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US Calls Expulsion of Diplomats from Belarus 'Unjustified, Unwarranted'

By David Gollust
30 April 2008

The U.S. State Department Wednesday called the Belarus government's decision to expel 10 U.S. diplomats unjustified and unwarranted. The United States will respond to the latest move in a political confrontation with the Minsk government. VOA's David Gollust reports from the State Department.

The State Department is promising to retaliate for the Belarus expulsion order, which will leave the U.S. embassy in Minsk with just four American staff members and its operations sharply curtailed.

The Minsk government Wednesday issued a list of 10 U.S. diplomats who must leave the country within 72 hours in an ongoing dispute with the United States over human rights and sanctions.

The United States and the European Union have imposed wide-ranging sanctions against the government of President Alexander Lukashenko, a former Soviet official who has run Belarus with an increasingly authoritarian hand.

At a news briefing, State Department Spokesman Sean McCormack said the United States is legally bound to comply with the expulsion order and is now considering an appropriate response.

"We told the Belarusians in private, and we will say in public, that we believe this action is unjustified and unwarranted. We want to have a good relationship with Belarus and work to try to improve that. But we are not going to do that and sacrifice principles of pushing for freedom of expression, political freedoms and other freedoms in Belarus," he said.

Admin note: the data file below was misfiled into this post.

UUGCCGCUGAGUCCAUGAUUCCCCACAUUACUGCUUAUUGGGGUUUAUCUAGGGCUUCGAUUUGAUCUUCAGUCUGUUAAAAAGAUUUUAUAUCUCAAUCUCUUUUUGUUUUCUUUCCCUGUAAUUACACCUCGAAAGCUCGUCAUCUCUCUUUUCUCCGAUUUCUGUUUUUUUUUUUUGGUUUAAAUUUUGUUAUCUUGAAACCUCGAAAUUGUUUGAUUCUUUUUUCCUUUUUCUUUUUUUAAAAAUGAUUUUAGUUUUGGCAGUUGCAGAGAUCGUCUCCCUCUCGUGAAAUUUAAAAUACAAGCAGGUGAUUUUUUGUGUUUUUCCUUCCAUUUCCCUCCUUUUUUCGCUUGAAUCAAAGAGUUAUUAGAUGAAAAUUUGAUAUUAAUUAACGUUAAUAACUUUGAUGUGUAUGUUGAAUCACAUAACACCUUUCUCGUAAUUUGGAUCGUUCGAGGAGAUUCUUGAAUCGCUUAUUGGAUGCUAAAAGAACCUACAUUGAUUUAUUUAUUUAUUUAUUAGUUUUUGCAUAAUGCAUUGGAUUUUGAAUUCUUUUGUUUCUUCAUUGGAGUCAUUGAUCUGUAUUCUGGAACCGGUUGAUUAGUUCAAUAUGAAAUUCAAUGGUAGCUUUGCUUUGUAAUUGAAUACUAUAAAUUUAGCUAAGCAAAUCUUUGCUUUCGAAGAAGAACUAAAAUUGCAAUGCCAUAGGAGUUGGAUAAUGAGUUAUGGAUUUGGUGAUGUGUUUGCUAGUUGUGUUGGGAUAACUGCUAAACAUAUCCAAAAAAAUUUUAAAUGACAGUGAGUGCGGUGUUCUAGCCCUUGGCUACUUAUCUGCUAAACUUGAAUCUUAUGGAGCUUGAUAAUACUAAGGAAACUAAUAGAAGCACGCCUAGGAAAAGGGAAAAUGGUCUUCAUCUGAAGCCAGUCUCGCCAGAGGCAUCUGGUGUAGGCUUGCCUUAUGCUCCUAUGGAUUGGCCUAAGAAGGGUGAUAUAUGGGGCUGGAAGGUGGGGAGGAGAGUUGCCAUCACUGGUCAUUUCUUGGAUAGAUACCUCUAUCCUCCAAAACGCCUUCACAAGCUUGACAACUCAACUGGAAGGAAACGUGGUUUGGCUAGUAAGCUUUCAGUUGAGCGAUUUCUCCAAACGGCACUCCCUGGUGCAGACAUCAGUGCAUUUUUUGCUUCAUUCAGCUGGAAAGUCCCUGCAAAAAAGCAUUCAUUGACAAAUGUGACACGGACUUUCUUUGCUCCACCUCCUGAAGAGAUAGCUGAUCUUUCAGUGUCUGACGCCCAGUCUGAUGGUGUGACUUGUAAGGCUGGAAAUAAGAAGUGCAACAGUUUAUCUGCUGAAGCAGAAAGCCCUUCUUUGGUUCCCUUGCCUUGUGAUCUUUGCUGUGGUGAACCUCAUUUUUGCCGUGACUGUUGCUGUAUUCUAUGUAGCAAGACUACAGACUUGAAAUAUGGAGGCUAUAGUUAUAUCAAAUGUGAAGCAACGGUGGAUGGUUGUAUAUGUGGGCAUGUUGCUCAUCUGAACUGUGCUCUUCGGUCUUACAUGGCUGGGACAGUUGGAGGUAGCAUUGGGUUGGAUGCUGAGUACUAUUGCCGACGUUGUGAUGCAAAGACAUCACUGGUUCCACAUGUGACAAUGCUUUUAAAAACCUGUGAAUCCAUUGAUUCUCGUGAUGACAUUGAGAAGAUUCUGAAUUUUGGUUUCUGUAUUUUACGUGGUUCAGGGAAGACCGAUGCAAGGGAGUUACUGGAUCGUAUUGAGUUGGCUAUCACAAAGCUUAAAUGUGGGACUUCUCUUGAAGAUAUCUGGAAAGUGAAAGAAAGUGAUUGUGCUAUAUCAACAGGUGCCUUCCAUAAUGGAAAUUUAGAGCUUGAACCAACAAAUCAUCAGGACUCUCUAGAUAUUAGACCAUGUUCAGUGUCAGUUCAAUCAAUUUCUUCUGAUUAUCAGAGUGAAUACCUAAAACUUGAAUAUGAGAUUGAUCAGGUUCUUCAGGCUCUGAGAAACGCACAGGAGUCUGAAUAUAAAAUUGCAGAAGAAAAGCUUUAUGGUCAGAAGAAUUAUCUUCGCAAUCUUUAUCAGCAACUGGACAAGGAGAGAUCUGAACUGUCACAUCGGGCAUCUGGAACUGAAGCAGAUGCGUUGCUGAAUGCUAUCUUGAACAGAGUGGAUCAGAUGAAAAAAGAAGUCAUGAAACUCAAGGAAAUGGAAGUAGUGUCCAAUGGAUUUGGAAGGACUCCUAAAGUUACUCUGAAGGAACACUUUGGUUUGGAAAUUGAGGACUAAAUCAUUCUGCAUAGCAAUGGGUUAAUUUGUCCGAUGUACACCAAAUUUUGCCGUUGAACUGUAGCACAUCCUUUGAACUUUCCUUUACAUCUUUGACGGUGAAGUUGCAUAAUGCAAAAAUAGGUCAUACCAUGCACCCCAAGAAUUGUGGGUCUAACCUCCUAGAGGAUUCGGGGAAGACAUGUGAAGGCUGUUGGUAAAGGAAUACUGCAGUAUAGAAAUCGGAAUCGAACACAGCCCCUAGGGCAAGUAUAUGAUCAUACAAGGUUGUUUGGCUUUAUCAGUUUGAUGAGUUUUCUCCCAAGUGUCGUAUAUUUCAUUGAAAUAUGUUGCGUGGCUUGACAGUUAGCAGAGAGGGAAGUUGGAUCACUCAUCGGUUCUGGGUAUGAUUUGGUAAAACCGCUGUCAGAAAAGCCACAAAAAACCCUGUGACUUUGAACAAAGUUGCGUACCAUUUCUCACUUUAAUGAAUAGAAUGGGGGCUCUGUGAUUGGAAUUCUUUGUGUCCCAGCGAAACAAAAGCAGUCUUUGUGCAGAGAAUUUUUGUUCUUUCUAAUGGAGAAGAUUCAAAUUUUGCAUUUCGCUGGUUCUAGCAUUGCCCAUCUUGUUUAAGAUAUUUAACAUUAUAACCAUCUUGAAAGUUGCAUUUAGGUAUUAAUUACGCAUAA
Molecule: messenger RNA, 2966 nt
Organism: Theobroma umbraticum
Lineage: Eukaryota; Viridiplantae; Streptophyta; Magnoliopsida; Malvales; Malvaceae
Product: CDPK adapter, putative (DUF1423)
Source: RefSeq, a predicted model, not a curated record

Bilateral relations have been deteriorating in recent months, with the Minsk government bristling over U.S. sanctions against its state-owned oil and chemicals company.

Staffs at the two countries' embassies in Minsk and Washington have already been trimmed back and U.S. ambassador to Belarus Karen Stewart left the country last month after Belarus withdrew its ambassador.

Belarus released some political prisoners earlier this year, and the Bush administration said it would be prepared to begin a dialogue on better ties if former opposition presidential candidate Alexandr Kozulin was freed.

Kozulin was briefly released in February after the death of his wife but ordered back to jail. The United States has also pressed in recent days for the release of Emanuel Zeltser, an American lawyer arrested in mid-March on charges of using false documents.

McCormack said Zeltzer, who is in poor health and reportedly confined in a mental hospital, should be freed immediately on humanitarian grounds.

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